Too much on your plate?

Stress may increase binge eating in female college students

If you’ve been juggling too much on your plate only to find yourself adding too much food to your plate, it may be the way you are coping with stress that leads to binge eating.

“People are more likely to binge eat and engage in emotion-focused coping when under stress,” according to research published in Eating Behaviors journal.

The study included 147 female undergraduate students, ages 18 to 25 years old, at a Southeastern university in the United States where researchers used questionnaires to assess students’ coping styles, binge eating frequency and common life stressors. Researchers found that maladaptive coping styles like avoidance (“everything will work out for the best”) and emotional coping (“I feel worthless and unimportant”) were positively associated with stress and significantly associated with binge eating.

The study identifies the relationship between stress, emotional coping and binge eating as being “consistent with a negative reinforcement or ‘escape theory’ of binge eating”. So if you deal with stress by emotionally coping, it might be reinforcing to binge eat because it temporarily relieves negative thoughts and emotions from stress.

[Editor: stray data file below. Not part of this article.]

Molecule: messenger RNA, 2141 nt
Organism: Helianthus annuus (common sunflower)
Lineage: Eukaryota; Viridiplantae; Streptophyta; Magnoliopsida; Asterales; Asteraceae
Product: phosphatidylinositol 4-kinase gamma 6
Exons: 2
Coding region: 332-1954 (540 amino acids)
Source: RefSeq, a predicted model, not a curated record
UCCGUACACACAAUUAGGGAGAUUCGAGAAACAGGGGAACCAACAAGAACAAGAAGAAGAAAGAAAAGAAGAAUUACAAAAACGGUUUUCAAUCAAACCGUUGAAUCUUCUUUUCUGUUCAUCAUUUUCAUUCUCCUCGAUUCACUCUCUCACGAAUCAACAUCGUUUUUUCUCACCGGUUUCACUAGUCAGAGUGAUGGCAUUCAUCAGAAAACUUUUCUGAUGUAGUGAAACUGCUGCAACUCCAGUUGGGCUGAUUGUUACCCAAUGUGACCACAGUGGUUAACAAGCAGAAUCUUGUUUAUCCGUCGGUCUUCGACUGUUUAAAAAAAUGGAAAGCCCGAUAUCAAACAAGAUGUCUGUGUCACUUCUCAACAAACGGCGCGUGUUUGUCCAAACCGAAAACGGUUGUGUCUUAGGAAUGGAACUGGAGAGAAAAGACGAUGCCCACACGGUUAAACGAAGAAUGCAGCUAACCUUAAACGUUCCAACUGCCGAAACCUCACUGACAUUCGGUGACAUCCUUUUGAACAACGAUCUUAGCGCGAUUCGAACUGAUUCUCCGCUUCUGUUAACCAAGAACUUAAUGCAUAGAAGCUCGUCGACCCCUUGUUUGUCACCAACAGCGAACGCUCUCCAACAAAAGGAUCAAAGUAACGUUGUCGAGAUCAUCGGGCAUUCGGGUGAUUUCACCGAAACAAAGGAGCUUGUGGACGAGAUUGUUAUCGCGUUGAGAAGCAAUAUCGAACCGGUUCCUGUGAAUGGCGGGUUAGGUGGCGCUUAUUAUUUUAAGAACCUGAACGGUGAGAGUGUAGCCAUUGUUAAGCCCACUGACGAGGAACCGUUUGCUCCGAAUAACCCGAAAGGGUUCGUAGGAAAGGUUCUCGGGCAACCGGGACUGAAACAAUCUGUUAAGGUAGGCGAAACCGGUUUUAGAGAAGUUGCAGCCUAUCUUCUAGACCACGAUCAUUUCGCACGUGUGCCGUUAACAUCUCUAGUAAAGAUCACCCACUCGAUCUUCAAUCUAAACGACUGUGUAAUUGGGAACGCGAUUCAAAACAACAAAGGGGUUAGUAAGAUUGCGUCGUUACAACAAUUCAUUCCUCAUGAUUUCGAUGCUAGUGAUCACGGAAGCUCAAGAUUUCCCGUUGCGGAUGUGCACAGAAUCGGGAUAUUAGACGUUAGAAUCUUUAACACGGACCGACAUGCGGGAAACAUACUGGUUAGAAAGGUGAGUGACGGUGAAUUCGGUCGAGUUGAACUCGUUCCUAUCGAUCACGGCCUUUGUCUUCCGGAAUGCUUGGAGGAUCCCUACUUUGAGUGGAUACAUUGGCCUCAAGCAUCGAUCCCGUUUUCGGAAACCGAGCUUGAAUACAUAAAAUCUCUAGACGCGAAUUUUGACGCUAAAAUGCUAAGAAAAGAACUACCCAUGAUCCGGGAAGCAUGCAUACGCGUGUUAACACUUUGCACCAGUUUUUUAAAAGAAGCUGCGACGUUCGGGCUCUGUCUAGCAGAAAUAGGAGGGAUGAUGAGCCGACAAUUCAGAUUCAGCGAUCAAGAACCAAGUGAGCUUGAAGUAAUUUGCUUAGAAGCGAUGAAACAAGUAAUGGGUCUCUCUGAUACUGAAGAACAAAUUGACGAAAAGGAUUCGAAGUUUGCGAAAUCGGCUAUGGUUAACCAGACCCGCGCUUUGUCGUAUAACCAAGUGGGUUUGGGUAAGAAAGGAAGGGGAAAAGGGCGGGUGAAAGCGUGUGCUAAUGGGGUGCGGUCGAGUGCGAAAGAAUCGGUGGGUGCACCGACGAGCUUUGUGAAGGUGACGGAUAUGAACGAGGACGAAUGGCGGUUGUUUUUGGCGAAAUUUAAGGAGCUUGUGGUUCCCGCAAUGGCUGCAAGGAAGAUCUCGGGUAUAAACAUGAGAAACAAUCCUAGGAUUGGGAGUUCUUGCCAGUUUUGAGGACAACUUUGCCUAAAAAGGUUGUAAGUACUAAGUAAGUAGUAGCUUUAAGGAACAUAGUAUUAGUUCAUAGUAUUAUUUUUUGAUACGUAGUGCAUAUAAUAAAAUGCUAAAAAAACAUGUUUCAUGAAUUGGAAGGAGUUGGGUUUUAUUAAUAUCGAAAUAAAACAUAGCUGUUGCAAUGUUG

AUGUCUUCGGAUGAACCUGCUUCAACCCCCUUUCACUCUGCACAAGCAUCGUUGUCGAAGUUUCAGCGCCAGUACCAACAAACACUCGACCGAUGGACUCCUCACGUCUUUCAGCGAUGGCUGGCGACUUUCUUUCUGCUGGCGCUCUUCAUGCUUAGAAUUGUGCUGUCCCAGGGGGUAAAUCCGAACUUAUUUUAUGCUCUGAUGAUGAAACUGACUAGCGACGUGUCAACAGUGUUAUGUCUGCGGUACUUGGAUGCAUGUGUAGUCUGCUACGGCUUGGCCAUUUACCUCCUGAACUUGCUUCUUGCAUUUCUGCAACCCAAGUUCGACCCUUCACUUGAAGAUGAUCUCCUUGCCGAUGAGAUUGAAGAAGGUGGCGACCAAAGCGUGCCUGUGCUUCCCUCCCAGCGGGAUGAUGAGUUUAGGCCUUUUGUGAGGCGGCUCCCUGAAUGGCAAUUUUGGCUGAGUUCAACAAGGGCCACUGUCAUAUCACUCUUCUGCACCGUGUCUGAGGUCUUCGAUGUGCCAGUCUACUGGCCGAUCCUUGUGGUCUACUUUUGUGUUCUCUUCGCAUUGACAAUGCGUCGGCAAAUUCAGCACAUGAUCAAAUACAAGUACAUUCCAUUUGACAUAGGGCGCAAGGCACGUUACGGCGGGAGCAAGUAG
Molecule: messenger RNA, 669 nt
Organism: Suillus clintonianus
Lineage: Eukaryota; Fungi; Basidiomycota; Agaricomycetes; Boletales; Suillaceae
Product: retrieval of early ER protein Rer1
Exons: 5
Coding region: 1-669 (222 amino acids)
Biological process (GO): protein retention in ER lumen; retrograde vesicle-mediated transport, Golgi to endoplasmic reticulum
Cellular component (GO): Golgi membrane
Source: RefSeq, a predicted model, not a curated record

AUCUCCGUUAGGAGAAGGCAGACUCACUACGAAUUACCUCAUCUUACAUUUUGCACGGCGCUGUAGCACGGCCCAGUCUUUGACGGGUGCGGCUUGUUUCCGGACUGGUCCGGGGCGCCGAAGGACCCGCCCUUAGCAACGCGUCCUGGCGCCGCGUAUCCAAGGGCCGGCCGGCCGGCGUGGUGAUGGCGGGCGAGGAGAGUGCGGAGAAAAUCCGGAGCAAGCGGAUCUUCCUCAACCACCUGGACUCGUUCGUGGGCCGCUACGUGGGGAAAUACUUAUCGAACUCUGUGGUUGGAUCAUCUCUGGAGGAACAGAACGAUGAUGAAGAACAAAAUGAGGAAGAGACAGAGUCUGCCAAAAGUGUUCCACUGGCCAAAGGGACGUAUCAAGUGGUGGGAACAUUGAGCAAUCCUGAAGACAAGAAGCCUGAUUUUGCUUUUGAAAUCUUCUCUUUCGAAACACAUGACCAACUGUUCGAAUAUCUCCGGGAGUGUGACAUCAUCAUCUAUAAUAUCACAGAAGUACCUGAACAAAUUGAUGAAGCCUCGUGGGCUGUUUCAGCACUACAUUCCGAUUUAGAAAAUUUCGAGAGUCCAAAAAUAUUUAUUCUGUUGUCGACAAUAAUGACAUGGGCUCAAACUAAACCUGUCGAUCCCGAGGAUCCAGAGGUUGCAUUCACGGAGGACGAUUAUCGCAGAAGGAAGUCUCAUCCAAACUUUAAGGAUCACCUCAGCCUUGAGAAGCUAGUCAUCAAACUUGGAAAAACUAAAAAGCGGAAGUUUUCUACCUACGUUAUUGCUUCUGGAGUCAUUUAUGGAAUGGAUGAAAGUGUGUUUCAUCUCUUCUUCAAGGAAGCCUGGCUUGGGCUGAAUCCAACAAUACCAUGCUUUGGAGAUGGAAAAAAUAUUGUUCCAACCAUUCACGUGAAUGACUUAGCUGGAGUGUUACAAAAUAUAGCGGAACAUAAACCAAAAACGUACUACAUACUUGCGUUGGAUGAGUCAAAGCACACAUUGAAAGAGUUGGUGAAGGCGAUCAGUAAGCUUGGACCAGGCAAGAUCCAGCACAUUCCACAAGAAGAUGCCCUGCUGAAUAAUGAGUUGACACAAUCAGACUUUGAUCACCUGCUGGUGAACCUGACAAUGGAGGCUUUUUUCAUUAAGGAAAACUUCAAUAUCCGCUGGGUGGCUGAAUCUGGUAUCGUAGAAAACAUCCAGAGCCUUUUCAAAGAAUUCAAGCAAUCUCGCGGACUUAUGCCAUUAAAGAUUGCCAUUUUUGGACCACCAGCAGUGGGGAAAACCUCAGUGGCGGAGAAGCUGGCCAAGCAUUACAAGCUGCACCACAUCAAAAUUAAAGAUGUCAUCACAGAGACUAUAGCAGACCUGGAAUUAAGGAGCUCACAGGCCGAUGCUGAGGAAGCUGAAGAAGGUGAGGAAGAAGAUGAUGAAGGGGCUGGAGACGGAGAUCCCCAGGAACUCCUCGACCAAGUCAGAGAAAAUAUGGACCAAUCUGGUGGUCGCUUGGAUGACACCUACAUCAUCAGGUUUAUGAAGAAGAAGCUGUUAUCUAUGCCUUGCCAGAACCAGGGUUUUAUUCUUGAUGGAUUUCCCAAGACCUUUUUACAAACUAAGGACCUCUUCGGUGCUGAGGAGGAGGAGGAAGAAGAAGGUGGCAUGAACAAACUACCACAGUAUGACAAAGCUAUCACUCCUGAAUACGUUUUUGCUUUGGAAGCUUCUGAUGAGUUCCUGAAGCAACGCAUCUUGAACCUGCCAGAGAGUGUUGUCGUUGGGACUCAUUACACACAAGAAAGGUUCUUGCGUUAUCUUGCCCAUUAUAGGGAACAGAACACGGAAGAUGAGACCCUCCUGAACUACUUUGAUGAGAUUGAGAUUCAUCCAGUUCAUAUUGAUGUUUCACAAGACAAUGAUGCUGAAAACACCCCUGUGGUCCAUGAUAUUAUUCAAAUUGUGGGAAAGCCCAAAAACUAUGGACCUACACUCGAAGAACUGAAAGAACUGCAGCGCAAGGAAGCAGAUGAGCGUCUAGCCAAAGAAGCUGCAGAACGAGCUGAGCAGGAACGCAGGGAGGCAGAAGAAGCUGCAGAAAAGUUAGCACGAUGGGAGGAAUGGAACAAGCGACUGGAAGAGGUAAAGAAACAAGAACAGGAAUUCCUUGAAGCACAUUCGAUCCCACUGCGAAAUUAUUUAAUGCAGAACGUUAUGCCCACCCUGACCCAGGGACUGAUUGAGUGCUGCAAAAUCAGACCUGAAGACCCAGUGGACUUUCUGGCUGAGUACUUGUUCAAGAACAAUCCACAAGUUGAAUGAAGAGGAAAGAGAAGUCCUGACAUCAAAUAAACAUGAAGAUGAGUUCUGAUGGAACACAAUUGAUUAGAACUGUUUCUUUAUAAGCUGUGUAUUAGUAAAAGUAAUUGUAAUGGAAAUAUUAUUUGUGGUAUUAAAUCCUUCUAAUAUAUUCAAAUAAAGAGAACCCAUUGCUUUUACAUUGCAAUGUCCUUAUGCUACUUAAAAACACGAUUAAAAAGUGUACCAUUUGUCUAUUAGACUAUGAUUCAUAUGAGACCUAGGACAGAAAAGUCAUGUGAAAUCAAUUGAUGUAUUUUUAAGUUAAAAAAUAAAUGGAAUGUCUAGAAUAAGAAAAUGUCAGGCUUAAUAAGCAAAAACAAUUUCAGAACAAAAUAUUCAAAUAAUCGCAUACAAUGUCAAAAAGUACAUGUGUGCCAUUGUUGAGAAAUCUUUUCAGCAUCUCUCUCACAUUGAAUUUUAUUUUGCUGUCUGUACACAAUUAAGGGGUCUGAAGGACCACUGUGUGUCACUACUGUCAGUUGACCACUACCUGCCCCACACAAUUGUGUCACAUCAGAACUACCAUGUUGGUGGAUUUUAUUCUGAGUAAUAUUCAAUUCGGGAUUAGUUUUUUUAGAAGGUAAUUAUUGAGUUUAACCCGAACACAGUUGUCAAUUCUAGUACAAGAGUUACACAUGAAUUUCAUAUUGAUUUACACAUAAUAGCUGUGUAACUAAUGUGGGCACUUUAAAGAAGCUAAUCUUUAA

The research results emphasize the importance of treatment availability for college females including cognitive behavioral interventions for developing adaptive stress coping techniques. Identifying adaptive solutions to stress may help female students to better cope with stress and avoid potentially harmful behavior of over eating to cope with stress.


The study was published in the August 2011 issue of Eating Behaviors

For more information check these out:

Dr. Edward Creagan answers “How do I control stress-induced weight gain?” on the Mayo Clinic’s website

The U.S. Department of Health and Human Services Office on Women’s Health page on stress

WebMD has a stress management center site and a page for ways to relieve stress